Thanksgiving in London (Nicole Engbretson)

Thanksgiving is clearly not celebrated in London. Here, even before Halloween was completely over, Christmas decorations were beginning to emerge. I know some people at home who would be thrilled – They start singing Christmas carols well before Thanksgiving. Skipping ahead isn’t for me. It isn’t about the historical context (which is often partially inaccurate, but that’s a whole different story!), but about family and, yes, the things I am thankful for.

I tried explaining Thanksgiving to my British flatmates, and their responses ranged from “Do they shoot off fireworks?”, to “What kinds of food do you eat?”, to “Do you give each other presents?”, to “Oh! It’s like a giant roast!” (Note: traditional roasts here are family events, and are also offered quite frequently in restaurants. Normally involving roast chicken or beef, the meat portion is accompanied by roast vegetables often including parsnips and broccoli, mashed potatos, a little crunchy stuffing-like ball [I’m not sure how else to describe it, but it’s delicious], Yorkshire pudding and gravy). Here is a picture of the roast I had at a local pub near Goldsmiths:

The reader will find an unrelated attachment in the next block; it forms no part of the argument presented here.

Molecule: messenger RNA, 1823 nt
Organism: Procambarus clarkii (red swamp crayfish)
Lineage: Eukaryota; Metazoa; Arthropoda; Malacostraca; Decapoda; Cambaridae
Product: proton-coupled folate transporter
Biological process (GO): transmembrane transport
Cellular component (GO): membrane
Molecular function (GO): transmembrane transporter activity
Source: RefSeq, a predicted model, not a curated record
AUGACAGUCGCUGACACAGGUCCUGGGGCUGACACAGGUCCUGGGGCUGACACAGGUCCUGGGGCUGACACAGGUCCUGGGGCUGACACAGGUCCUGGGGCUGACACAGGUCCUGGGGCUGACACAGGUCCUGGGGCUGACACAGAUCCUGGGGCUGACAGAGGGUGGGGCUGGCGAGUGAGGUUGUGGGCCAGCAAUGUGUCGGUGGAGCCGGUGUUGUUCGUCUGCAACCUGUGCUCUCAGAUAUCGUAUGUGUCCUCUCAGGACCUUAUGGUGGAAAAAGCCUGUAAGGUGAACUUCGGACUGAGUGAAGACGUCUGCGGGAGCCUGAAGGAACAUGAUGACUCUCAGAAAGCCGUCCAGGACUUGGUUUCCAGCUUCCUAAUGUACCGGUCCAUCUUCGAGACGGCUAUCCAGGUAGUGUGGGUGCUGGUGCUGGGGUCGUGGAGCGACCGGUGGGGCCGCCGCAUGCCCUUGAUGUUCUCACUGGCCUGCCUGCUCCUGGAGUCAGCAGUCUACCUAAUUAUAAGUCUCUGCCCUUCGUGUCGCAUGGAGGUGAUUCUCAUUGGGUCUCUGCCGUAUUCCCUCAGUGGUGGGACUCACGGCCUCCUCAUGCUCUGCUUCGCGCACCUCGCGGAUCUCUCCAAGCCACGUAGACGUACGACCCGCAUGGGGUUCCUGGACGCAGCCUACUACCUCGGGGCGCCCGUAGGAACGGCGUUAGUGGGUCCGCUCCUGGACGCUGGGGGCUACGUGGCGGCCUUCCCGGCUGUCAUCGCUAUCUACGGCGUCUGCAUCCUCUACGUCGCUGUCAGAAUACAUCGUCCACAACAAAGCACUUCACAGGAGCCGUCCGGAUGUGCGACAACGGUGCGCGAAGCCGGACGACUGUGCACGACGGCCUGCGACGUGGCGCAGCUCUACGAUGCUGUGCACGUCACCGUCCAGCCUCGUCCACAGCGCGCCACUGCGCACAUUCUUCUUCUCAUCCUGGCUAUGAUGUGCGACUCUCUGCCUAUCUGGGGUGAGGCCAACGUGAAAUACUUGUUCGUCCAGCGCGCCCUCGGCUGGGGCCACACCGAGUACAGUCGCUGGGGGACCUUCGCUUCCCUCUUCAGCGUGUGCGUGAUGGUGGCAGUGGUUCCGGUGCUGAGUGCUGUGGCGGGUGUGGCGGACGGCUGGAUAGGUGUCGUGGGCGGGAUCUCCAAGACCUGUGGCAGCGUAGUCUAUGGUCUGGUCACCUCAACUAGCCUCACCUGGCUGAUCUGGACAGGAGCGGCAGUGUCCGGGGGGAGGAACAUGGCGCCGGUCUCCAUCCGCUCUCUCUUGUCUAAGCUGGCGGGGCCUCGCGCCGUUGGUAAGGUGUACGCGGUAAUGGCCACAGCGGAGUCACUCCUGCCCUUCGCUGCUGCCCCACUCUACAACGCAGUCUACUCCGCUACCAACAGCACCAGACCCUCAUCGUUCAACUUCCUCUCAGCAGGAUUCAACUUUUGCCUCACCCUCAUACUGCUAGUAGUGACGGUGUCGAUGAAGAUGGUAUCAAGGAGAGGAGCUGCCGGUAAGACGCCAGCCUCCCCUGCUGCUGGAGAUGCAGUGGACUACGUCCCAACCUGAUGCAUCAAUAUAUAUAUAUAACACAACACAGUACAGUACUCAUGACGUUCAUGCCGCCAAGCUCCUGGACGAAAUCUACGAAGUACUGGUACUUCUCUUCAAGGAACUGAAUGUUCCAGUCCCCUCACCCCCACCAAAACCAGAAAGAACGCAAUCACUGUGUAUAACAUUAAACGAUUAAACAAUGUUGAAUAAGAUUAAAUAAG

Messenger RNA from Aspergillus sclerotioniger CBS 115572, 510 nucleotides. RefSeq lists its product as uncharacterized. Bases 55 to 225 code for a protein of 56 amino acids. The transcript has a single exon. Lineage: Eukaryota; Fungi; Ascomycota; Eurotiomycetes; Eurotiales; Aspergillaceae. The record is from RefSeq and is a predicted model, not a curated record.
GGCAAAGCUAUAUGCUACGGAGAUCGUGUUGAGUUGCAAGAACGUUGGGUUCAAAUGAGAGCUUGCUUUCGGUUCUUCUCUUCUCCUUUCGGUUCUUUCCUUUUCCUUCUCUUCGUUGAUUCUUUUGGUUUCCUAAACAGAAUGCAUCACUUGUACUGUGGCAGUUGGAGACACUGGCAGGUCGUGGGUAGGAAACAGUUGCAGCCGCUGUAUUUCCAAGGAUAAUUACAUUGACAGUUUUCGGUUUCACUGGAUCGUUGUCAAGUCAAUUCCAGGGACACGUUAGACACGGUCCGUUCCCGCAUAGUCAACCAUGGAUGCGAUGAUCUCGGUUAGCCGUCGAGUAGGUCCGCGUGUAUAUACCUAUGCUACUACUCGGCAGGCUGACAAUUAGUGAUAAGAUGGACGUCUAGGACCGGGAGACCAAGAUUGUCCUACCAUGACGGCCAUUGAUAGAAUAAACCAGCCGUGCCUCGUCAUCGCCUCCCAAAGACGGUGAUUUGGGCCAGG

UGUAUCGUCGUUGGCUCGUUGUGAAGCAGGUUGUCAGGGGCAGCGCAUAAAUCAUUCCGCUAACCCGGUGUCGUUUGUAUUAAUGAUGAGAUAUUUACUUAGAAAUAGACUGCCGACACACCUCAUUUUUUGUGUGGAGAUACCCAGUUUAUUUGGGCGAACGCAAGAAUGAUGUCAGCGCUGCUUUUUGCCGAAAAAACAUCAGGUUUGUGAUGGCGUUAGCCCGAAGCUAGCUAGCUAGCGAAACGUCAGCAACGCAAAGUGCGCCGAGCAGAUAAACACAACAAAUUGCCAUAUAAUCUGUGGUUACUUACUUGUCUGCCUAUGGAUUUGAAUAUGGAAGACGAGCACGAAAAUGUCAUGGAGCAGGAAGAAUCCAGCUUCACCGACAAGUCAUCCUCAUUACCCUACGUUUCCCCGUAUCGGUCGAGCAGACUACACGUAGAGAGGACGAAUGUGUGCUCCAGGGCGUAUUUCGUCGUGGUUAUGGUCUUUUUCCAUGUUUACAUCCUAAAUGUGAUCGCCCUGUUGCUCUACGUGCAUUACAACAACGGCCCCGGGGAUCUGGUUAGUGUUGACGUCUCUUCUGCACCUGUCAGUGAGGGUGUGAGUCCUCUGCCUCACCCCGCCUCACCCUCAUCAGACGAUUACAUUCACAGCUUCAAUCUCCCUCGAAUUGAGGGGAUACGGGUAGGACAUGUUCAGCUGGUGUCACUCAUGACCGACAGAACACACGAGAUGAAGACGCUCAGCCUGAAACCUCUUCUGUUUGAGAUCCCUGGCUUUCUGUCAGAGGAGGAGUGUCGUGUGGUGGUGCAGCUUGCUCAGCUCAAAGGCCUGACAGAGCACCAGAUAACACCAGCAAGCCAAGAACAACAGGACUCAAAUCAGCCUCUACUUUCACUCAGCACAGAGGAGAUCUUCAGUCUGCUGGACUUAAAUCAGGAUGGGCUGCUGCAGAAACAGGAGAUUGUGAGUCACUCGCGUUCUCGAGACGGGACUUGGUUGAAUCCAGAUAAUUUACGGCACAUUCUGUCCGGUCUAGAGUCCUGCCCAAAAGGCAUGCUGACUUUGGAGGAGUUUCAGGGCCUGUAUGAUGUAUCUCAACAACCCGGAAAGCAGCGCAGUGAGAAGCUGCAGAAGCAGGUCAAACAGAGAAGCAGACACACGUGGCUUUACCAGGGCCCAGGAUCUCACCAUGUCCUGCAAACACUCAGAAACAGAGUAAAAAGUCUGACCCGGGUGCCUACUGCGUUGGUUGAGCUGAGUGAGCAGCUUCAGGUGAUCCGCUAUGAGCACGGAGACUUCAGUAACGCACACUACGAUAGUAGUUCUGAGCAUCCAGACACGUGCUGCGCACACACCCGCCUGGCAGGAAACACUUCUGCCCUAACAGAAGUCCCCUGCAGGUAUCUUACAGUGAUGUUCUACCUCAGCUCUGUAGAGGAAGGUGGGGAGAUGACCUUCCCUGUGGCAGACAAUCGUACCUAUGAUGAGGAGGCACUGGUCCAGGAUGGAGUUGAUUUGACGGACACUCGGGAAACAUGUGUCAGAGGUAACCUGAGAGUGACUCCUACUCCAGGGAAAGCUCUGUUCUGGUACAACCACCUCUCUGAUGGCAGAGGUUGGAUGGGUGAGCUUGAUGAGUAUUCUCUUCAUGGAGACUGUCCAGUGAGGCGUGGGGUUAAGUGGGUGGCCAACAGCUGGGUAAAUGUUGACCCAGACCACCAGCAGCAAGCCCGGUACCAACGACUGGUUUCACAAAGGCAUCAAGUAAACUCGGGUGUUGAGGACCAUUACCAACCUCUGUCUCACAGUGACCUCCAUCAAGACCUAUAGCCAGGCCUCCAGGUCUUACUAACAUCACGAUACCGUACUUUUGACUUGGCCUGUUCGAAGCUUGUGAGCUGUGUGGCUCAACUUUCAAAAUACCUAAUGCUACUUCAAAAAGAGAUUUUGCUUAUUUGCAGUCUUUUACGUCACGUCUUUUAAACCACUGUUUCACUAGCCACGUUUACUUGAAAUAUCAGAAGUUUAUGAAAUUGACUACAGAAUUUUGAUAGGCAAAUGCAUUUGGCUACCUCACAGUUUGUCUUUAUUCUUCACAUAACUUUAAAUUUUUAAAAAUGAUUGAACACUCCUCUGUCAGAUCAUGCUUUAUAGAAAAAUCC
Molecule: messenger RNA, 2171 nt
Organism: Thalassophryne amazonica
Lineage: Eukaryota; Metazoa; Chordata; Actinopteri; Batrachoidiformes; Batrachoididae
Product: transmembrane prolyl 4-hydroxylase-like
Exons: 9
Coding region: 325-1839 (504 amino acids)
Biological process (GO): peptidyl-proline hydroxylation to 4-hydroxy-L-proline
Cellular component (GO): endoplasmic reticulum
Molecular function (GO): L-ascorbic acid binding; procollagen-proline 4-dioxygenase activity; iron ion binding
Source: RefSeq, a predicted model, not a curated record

In a way, I guess we do give each other presents at Thanksgiving, but more in our comfort and presence than in material goods. Although, my aunt did send me a thanksgiving card, fully equipped with a foam visor (to which Ben asked me, “Why is it a chicken?”), which I of course wore – at least, for a little while:

Although we crazy (and hungry!) Americans couldn’t be home for Thanksgiving, many of us made do. Joe and I made our own makeshift Thanksgiving in the FIE flat in central, where he as well as the rest of SNC’s Londoners are living. Although we didn’t have turkey, we made a roast chicken, mashed potatos, stuffing, gravy, carrots, and for the final touch added some craisins (I couldn’t find any canned cranberries in the store, which would have had a hard time replacing my dad’s homemade cranberry sauce anyway, but still).

Thankfully, many of us were able to skype home that night (yes, I did feature the hat while skyping…), catching our families before they ate dinner. As I come to my last three weeks abroad, not being with my family to celebrate Thanksgiving was a bit painful, I will admit. But at the same time I cannot begin to explain how grateful I am for my experiences abroad, with people I knew before and the people I’ve met along the way.

Nicole Engbretson is studying abroad at Goldsmiths College in London, England.

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